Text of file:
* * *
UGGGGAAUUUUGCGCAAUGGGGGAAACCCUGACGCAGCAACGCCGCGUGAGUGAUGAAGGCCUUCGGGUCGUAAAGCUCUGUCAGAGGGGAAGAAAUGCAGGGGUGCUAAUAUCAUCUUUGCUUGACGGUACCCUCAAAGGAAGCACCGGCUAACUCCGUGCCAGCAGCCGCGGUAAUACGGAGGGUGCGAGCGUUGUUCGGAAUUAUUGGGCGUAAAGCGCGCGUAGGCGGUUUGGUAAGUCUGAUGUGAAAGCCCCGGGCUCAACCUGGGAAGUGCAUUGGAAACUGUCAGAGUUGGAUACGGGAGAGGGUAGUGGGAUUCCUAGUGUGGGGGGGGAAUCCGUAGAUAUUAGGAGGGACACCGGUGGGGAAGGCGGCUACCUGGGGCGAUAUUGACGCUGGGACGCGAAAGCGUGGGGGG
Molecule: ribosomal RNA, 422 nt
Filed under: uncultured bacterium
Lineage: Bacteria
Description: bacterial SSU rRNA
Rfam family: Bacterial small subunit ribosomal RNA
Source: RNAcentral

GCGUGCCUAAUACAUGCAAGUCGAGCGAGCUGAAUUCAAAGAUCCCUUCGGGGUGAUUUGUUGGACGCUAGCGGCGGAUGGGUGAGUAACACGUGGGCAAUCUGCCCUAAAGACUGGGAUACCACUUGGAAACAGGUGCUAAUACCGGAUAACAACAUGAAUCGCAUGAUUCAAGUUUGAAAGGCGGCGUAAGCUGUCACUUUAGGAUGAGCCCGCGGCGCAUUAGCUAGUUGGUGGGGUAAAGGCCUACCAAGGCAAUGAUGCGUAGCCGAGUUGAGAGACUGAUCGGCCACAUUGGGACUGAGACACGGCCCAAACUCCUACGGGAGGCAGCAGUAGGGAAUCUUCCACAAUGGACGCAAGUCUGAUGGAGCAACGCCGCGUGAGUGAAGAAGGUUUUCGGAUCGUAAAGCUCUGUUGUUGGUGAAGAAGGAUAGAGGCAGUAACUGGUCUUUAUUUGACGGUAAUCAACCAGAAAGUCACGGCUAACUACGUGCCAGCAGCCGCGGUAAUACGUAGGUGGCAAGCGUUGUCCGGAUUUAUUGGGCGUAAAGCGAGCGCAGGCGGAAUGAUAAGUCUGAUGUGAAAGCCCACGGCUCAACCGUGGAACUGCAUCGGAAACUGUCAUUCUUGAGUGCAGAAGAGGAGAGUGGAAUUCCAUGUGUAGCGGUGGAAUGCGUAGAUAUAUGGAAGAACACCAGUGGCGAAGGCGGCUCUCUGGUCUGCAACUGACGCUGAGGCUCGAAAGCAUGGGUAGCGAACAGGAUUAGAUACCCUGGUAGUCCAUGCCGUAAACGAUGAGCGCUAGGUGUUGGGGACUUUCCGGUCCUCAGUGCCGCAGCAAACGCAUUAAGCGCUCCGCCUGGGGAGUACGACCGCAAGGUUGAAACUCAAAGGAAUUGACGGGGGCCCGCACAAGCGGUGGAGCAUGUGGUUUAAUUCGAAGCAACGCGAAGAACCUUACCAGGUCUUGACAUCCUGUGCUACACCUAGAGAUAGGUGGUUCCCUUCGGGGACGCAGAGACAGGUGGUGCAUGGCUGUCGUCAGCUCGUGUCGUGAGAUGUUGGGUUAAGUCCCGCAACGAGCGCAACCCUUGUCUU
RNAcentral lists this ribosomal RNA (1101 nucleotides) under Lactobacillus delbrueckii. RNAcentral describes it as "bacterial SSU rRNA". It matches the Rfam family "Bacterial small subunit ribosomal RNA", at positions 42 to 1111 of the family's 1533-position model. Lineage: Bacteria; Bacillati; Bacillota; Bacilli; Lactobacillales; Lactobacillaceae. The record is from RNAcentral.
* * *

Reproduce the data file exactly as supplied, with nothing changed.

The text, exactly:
UGGGGAAUUUUGCGCAAUGGGGGAAACCCUGACGCAGCAACGCCGCGUGAGUGAUGAAGGCCUUCGGGUCGUAAAGCUCUGUCAGAGGGGAAGAAAUGCAGGGGUGCUAAUAUCAUCUUUGCUUGACGGUACCCUCAAAGGAAGCACCGGCUAACUCCGUGCCAGCAGCCGCGGUAAUACGGAGGGUGCGAGCGUUGUUCGGAAUUAUUGGGCGUAAAGCGCGCGUAGGCGGUUUGGUAAGUCUGAUGUGAAAGCCCCGGGCUCAACCUGGGAAGUGCAUUGGAAACUGUCAGAGUUGGAUACGGGAGAGGGUAGUGGGAUUCCUAGUGUGGGGGGGGAAUCCGUAGAUAUUAGGAGGGACACCGGUGGGGAAGGCGGCUACCUGGGGCGAUAUUGACGCUGGGACGCGAAAGCGUGGGGGG
Molecule: ribosomal RNA, 422 nt
Filed under: uncultured bacterium
Lineage: Bacteria
Description: bacterial SSU rRNA
Rfam family: Bacterial small subunit ribosomal RNA
Source: RNAcentral

GCGUGCCUAAUACAUGCAAGUCGAGCGAGCUGAAUUCAAAGAUCCCUUCGGGGUGAUUUGUUGGACGCUAGCGGCGGAUGGGUGAGUAACACGUGGGCAAUCUGCCCUAAAGACUGGGAUACCACUUGGAAACAGGUGCUAAUACCGGAUAACAACAUGAAUCGCAUGAUUCAAGUUUGAAAGGCGGCGUAAGCUGUCACUUUAGGAUGAGCCCGCGGCGCAUUAGCUAGUUGGUGGGGUAAAGGCCUACCAAGGCAAUGAUGCGUAGCCGAGUUGAGAGACUGAUCGGCCACAUUGGGACUGAGACACGGCCCAAACUCCUACGGGAGGCAGCAGUAGGGAAUCUUCCACAAUGGACGCAAGUCUGAUGGAGCAACGCCGCGUGAGUGAAGAAGGUUUUCGGAUCGUAAAGCUCUGUUGUUGGUGAAGAAGGAUAGAGGCAGUAACUGGUCUUUAUUUGACGGUAAUCAACCAGAAAGUCACGGCUAACUACGUGCCAGCAGCCGCGGUAAUACGUAGGUGGCAAGCGUUGUCCGGAUUUAUUGGGCGUAAAGCGAGCGCAGGCGGAAUGAUAAGUCUGAUGUGAAAGCCCACGGCUCAACCGUGGAACUGCAUCGGAAACUGUCAUUCUUGAGUGCAGAAGAGGAGAGUGGAAUUCCAUGUGUAGCGGUGGAAUGCGUAGAUAUAUGGAAGAACACCAGUGGCGAAGGCGGCUCUCUGGUCUGCAACUGACGCUGAGGCUCGAAAGCAUGGGUAGCGAACAGGAUUAGAUACCCUGGUAGUCCAUGCCGUAAACGAUGAGCGCUAGGUGUUGGGGACUUUCCGGUCCUCAGUGCCGCAGCAAACGCAUUAAGCGCUCCGCCUGGGGAGUACGACCGCAAGGUUGAAACUCAAAGGAAUUGACGGGGGCCCGCACAAGCGGUGGAGCAUGUGGUUUAAUUCGAAGCAACGCGAAGAACCUUACCAGGUCUUGACAUCCUGUGCUACACCUAGAGAUAGGUGGUUCCCUUCGGGGACGCAGAGACAGGUGGUGCAUGGCUGUCGUCAGCUCGUGUCGUGAGAUGUUGGGUUAAGUCCCGCAACGAGCGCAACCCUUGUCUU
RNAcentral lists this ribosomal RNA (1101 nucleotides) under Lactobacillus delbrueckii. RNAcentral describes it as "bacterial SSU rRNA". It matches the Rfam family "Bacterial small subunit ribosomal RNA", at positions 42 to 1111 of the family's 1533-position model. Lineage: Bacteria; Bacillati; Bacillota; Bacilli; Lactobacillales; Lactobacillaceae. The record is from RNAcentral.